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Spotlight on Isharya’s Spring Collections!

March 9, 2013

Isharya Spring 2013

Isharya goes big, bold and bright for Spring, reinterpreting its classic collections in fresh chromatic hues and free-spirited conversational pieces lusted after by trendsetters, daydreamers and bohemians chasing ‘la joie de vivre’. 

The Gem Rocks Claw collection presents playful patterns and prints inspired by the rich culture, wildlife and landscape of the African safari. Black and white jasper transforms into Zebra claw cocktail rings and pendant necklaces while African turquoise, rose jasper and mother of pearl take the shape of statement cuffs, stackable bangles, bib necklaces and geometric claw link earrings. 

The Gem Rocks Goddess collection features eccentric, eye-catching baubles fit for a Grecian goddess. Fashionistas reveal their inner Aphrodite with jagged-shaped jewels including the goddess power cuff, fringe chandelier earrings and stackable rings in an array of natural stones from green amazonite and blue lapis to golden pearl. 

The Modern Maharani Indian Summer collection plays off the heat of the summer solstice with electric colors and animal motifs. The fun-loving serpent wraparound cuff adds fervor to any ensemble from poolside bikini to party dress. Isharya revamps its classic vendome lily bangle with a palette fit for balmy Summertime temperatures, mix matching passionate pink flambé and electrifying neon green with the cooler, calming shade of aqua blue.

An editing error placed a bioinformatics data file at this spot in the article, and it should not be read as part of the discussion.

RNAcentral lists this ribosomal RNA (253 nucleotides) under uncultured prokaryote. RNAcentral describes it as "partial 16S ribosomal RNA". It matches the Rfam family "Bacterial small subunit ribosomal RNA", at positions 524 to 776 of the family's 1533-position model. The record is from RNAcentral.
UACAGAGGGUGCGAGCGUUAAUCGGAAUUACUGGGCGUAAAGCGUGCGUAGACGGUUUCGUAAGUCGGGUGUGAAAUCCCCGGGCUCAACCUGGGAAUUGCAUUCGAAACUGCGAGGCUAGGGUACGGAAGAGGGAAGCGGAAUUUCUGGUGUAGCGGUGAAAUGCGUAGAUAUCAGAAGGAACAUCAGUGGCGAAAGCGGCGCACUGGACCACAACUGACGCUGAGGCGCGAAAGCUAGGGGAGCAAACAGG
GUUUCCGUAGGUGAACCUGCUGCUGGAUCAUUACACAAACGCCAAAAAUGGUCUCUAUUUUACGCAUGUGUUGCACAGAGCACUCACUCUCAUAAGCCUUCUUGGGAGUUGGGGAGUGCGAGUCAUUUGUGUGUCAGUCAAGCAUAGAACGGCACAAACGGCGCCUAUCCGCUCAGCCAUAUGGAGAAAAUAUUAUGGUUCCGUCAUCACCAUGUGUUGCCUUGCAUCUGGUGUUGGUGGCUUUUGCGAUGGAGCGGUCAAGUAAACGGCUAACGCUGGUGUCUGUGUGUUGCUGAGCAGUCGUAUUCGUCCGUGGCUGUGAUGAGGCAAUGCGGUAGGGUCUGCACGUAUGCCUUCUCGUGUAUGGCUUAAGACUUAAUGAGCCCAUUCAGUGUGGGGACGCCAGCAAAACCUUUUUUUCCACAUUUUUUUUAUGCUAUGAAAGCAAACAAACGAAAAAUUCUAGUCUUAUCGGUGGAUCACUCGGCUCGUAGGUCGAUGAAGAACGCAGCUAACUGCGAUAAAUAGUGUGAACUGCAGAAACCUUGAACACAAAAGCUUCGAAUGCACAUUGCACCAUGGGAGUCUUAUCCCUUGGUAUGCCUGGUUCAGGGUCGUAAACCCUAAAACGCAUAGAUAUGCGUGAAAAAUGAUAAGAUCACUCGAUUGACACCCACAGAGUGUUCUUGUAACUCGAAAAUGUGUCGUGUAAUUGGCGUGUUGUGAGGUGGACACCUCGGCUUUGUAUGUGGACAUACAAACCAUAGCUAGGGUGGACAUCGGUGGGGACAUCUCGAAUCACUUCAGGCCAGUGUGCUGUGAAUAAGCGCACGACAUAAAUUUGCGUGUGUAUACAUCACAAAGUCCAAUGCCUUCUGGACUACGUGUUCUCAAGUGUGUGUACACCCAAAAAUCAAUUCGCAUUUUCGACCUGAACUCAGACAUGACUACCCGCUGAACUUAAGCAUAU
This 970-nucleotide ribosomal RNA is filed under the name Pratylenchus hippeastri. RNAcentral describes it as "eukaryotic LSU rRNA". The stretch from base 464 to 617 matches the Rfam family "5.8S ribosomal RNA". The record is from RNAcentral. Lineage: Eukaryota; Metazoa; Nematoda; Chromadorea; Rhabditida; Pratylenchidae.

The Louvre Pyramid Luxe collection follows color suit, offering coral and turquoise-frosted resin 3-D pyramid pieces. The pyramid luxe flat cuff, louvre resin bangle and Lisa resin cuff are layering perfection, as they explore contrasting angles and beveled surfaces, resulting in edgy jewelry that is organically raw and playfully fun.

About IsharyaIsharya believes that women deserve to feel glamorous, no matter what time of day or occasion. Sister-in-laws Gauri and Radhika Tandon started designing jewelry as a hobby for friends and family, but quickly drew attention and requests from strangers who wanted to purchase their custom one-of-a-kind pieces. In 2007, the design duo took a bold leap forward with their dream of building a global fashion brand, launching their first jewelry collection and company Isharya. Inspired by India’s intricate and vibrant style, Isharya reinterprets the past with the future, mixing modern techniques with heirloom details to create beautifully bold and affordable statement pieces that are both provocative and sophisticated.

Isharya pieces have been worn by Hollywood’s most fashionable celebrities, including Gwyneth Paltrow, Jennifer Lopez, Drew Barrymore and Eva Longoria while top fashion publications like Vogue, ELLE, Harper’s Bazaar and InStyle regularly feature the jewelry collections each season. Isharya is carried in many fine retailers around the world such as Henri Bendel, Stanley Korshak and Net-a-Porter.www.Isharya.com

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#WINNERS – Goldsmiths’ Craft & Design Council Awards

March 8, 2013

Goldsmiths’ Craft & Design Council Awards were held this week, presented by renown jeweller Leo De Vroomen with Princess Michael of Kent in attendance.
Morgan Morey of Dexter Seal Engraving
The awards, held at the Goldsmiths’ Hall in London, are an annual celebration of the UK’s goldsmithing, silversmithing and costume jewellery talent.